27 November 2010

Gompholobium polymorphum – Twining Gompholobium

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Gompholobium polymorphum – Twining Gompholobium

This large colourful pea-flower from the Fabaceae family, twines and climbs on neighbouring vegetation to around 1 metre (over 3’) in height. However, it is rarely noticed except when its 2 cm (3/4”) diameter flowers, with their bright splashes of color come into bloom. These are designed to attract a pollinator, but will do the same for any wandering person passing by.

Gompholobium flowers tend to be quite chunky and very eye-catching, with their clean bright colours and rounded shape. The leaves of most species are compound, either pinnate or as in this case digitate (hand and fingers like); Gompholobium polymorphum as its name suggests can be quite variable, with the digits differing  in length and width, but around Esperance they are mostly linear as shown above. As this species is widely distributed from east of Esperance to north of Perth it probably has several local forms.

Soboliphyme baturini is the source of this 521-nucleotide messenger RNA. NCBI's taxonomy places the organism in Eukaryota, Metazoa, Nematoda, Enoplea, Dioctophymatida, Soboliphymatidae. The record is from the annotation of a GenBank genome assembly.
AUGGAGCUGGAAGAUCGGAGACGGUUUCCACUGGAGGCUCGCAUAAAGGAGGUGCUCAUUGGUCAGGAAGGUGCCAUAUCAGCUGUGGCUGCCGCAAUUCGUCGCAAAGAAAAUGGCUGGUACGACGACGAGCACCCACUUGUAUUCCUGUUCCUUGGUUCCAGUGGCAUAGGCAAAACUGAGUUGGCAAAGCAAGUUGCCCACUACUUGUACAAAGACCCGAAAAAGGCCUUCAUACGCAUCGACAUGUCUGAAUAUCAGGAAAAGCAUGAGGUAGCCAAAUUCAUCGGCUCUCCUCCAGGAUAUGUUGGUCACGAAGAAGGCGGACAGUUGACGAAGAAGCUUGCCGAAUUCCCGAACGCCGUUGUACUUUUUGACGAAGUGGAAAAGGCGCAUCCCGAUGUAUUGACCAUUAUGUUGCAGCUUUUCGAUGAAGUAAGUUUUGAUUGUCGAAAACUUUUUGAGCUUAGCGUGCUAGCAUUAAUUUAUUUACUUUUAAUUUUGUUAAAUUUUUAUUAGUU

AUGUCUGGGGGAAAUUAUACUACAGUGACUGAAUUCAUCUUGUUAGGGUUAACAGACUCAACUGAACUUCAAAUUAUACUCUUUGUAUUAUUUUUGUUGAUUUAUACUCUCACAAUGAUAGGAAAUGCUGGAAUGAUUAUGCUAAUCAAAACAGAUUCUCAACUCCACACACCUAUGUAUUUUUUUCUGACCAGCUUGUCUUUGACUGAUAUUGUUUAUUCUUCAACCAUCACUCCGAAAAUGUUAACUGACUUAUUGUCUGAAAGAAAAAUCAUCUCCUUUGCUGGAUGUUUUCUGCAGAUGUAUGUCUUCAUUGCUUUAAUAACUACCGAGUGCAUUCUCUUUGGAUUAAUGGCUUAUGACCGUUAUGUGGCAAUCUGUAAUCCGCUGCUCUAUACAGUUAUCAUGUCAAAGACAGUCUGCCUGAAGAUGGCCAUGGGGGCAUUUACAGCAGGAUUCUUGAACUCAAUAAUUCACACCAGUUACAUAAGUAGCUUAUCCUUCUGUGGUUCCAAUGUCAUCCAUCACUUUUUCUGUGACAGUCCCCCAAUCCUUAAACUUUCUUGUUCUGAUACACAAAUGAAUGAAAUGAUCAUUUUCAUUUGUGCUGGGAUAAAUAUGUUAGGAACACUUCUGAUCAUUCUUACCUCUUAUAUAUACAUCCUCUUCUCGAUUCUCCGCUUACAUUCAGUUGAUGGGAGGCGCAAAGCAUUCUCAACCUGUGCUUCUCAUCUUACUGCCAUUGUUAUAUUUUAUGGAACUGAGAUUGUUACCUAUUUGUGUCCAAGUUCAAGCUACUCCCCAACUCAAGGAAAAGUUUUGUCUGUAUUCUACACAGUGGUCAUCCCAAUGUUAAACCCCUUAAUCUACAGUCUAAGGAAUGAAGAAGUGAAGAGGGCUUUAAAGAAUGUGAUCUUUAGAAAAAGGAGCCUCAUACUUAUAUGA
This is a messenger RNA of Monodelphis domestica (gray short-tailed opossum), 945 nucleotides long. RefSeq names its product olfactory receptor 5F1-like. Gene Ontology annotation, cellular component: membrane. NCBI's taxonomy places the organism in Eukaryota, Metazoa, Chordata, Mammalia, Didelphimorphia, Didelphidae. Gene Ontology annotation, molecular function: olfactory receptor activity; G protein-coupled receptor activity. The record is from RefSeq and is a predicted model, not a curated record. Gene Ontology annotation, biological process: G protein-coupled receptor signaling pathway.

Gompholobium polymorphum favours gravel soils, particularly around granite outcrops, where rainfall run-off would supply additional moisture to help it over its locally late flowering season from November to January, although they are recorded blooming from September. This species is also known to produce totally yellow flowers, but I have not seen them around Esperance.